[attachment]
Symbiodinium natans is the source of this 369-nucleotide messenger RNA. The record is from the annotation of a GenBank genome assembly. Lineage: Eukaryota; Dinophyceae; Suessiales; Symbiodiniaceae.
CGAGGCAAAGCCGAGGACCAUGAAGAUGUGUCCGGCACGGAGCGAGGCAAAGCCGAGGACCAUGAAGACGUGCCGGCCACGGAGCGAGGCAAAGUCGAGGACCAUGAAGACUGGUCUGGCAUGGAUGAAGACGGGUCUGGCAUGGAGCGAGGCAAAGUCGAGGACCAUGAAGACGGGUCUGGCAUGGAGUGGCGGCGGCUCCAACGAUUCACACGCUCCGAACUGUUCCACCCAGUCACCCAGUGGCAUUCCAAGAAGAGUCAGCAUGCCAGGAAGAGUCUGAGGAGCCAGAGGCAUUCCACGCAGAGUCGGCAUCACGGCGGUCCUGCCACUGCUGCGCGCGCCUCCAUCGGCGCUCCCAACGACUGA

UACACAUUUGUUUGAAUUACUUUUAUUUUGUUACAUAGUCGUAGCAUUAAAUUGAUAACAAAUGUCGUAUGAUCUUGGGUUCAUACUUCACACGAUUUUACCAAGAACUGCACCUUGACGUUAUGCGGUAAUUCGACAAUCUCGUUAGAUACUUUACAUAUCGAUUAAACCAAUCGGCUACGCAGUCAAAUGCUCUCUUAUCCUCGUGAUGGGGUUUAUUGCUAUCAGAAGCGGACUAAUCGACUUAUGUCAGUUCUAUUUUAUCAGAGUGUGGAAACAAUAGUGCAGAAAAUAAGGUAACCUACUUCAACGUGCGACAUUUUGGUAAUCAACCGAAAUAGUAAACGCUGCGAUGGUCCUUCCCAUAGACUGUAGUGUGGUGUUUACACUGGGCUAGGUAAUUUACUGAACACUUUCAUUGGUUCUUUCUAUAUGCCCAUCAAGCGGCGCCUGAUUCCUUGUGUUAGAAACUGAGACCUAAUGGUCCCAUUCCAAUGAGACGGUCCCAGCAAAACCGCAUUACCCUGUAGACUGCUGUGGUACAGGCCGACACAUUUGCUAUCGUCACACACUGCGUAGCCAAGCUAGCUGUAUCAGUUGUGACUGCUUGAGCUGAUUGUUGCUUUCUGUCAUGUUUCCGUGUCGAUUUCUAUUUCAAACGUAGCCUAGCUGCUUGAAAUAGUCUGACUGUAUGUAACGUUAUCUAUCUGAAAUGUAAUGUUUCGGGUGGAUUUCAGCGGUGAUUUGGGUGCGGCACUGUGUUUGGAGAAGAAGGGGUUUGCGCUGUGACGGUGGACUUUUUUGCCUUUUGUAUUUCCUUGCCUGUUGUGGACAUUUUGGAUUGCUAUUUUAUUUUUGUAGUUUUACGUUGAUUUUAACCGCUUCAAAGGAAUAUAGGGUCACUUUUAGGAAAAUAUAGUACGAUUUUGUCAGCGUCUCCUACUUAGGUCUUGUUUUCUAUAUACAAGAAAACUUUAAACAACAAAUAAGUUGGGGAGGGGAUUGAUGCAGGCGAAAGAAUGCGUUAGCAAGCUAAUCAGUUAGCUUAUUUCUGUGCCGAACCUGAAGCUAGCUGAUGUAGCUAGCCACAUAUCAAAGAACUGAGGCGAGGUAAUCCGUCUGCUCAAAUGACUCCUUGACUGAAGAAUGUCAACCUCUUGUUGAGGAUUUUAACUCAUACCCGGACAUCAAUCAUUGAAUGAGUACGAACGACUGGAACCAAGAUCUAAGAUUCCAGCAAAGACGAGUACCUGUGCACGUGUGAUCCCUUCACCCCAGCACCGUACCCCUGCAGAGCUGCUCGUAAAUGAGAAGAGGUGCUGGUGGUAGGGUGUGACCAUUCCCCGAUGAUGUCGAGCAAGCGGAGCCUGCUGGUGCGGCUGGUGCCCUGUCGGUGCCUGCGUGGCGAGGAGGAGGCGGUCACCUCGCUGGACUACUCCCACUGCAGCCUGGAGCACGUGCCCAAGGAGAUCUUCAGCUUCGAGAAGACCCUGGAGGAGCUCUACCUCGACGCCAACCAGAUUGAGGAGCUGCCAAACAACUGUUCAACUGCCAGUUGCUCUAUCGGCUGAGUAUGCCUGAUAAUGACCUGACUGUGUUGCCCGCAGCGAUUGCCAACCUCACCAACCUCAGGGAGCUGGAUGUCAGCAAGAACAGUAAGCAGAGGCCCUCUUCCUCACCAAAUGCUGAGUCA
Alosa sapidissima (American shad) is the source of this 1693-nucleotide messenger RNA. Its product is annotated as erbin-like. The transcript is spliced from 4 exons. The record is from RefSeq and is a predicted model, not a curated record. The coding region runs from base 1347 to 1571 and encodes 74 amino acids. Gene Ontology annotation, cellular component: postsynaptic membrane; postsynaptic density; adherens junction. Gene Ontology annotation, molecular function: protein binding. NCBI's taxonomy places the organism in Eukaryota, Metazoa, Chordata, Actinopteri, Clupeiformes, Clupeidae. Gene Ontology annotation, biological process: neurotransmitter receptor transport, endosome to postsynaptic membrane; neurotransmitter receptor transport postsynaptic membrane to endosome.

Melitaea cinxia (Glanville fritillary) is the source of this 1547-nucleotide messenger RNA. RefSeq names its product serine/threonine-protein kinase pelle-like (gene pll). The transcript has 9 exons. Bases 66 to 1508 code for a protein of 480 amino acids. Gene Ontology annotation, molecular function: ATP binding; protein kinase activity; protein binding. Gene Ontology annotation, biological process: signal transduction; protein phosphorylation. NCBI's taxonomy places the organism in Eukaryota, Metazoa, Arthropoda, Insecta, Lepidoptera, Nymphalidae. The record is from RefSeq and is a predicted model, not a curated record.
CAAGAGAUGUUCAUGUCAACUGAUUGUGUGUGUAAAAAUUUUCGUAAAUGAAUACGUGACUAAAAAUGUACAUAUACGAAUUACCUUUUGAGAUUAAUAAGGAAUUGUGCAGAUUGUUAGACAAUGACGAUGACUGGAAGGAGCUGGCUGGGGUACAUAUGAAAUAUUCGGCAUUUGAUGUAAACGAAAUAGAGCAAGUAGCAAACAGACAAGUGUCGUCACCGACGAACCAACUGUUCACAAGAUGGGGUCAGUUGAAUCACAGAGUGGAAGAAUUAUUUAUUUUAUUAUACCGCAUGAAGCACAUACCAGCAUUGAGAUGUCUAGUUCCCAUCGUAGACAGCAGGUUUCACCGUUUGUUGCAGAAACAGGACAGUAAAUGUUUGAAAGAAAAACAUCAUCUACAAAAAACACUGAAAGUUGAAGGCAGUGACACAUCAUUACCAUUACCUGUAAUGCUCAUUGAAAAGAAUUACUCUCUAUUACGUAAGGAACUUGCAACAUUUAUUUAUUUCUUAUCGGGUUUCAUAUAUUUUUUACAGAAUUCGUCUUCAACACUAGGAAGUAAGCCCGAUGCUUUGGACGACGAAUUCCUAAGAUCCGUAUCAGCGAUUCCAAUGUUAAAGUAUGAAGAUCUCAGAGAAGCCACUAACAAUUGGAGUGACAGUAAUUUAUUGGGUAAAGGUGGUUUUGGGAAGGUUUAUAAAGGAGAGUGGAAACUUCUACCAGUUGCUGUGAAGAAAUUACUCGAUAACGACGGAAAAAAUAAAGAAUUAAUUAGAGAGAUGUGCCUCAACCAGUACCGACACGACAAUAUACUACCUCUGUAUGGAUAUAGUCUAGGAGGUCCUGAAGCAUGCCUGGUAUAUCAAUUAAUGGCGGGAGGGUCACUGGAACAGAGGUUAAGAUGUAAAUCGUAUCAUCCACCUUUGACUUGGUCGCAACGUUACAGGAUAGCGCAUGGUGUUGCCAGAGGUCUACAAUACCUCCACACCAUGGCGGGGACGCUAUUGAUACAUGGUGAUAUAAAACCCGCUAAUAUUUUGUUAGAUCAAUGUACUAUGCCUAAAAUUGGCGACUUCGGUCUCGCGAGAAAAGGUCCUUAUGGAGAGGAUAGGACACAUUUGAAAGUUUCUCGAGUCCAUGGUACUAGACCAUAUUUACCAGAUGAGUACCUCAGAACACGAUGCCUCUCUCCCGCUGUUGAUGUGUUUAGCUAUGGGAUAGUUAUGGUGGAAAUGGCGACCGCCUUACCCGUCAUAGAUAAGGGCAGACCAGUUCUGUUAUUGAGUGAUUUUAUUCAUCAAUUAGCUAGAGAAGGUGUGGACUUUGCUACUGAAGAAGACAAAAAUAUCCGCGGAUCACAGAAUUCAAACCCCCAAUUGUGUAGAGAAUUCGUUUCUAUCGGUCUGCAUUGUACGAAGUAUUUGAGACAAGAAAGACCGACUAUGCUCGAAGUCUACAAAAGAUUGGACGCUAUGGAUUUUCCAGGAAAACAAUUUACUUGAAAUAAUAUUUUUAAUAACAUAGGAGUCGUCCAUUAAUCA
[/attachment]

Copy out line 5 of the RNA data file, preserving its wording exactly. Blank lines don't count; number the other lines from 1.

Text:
Melitaea cinxia (Glanville fritillary) is the source of this 1547-nucleotide messenger RNA. RefSeq names its product serine/threonine-protein kinase pelle-like (gene pll). The transcript has 9 exons. Bases 66 to 1508 code for a protein of 480 amino acids. Gene Ontology annotation, molecular function: ATP binding; protein kinase activity; protein binding. Gene Ontology annotation, biological process: signal transduction; protein phosphorylation. NCBI's taxonomy places the organism in Eukaryota, Metazoa, Arthropoda, Insecta, Lepidoptera, Nymphalidae. The record is from RefSeq and is a predicted model, not a curated record.